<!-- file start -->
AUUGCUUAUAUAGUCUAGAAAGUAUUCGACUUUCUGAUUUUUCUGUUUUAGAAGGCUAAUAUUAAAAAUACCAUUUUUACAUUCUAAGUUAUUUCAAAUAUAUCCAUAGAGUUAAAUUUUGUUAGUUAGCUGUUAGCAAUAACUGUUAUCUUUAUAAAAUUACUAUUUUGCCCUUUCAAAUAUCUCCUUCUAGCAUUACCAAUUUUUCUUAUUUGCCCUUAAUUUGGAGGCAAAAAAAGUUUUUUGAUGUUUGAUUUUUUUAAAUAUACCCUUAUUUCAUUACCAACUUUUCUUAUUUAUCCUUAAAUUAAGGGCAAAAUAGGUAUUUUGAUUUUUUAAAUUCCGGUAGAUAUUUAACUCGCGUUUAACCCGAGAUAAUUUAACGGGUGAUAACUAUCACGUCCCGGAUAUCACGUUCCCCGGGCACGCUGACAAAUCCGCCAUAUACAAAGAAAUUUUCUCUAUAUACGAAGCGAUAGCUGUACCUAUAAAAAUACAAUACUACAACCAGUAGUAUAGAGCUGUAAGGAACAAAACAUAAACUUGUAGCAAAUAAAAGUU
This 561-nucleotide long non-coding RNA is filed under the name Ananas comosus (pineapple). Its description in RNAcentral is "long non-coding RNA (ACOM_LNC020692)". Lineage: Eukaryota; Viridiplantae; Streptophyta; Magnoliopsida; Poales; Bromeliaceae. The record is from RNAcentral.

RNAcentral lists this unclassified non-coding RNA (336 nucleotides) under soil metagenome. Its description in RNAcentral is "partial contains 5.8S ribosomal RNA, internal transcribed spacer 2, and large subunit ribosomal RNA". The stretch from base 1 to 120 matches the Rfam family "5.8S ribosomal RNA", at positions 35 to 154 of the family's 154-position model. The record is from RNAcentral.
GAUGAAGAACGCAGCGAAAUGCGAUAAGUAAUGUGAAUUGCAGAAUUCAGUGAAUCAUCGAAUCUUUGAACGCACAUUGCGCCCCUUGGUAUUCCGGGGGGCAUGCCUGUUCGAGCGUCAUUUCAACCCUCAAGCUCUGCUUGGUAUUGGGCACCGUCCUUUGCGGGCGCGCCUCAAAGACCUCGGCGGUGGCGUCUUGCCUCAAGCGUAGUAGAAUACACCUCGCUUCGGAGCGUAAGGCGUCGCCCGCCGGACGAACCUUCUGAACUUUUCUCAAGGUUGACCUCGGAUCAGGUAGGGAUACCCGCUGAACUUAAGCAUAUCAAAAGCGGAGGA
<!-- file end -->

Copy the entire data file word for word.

AUUGCUUAUAUAGUCUAGAAAGUAUUCGACUUUCUGAUUUUUCUGUUUUAGAAGGCUAAUAUUAAAAAUACCAUUUUUACAUUCUAAGUUAUUUCAAAUAUAUCCAUAGAGUUAAAUUUUGUUAGUUAGCUGUUAGCAAUAACUGUUAUCUUUAUAAAAUUACUAUUUUGCCCUUUCAAAUAUCUCCUUCUAGCAUUACCAAUUUUUCUUAUUUGCCCUUAAUUUGGAGGCAAAAAAAGUUUUUUGAUGUUUGAUUUUUUUAAAUAUACCCUUAUUUCAUUACCAACUUUUCUUAUUUAUCCUUAAAUUAAGGGCAAAAUAGGUAUUUUGAUUUUUUAAAUUCCGGUAGAUAUUUAACUCGCGUUUAACCCGAGAUAAUUUAACGGGUGAUAACUAUCACGUCCCGGAUAUCACGUUCCCCGGGCACGCUGACAAAUCCGCCAUAUACAAAGAAAUUUUCUCUAUAUACGAAGCGAUAGCUGUACCUAUAAAAAUACAAUACUACAACCAGUAGUAUAGAGCUGUAAGGAACAAAACAUAAACUUGUAGCAAAUAAAAGUU
This 561-nucleotide long non-coding RNA is filed under the name Ananas comosus (pineapple). Its description in RNAcentral is "long non-coding RNA (ACOM_LNC020692)". Lineage: Eukaryota; Viridiplantae; Streptophyta; Magnoliopsida; Poales; Bromeliaceae. The record is from RNAcentral.

RNAcentral lists this unclassified non-coding RNA (336 nucleotides) under soil metagenome. Its description in RNAcentral is "partial contains 5.8S ribosomal RNA, internal transcribed spacer 2, and large subunit ribosomal RNA". The stretch from base 1 to 120 matches the Rfam family "5.8S ribosomal RNA", at positions 35 to 154 of the family's 154-position model. The record is from RNAcentral.
GAUGAAGAACGCAGCGAAAUGCGAUAAGUAAUGUGAAUUGCAGAAUUCAGUGAAUCAUCGAAUCUUUGAACGCACAUUGCGCCCCUUGGUAUUCCGGGGGGCAUGCCUGUUCGAGCGUCAUUUCAACCCUCAAGCUCUGCUUGGUAUUGGGCACCGUCCUUUGCGGGCGCGCCUCAAAGACCUCGGCGGUGGCGUCUUGCCUCAAGCGUAGUAGAAUACACCUCGCUUCGGAGCGUAAGGCGUCGCCCGCCGGACGAACCUUCUGAACUUUUCUCAAGGUUGACCUCGGAUCAGGUAGGGAUACCCGCUGAACUUAAGCAUAUCAAAAGCGGAGGA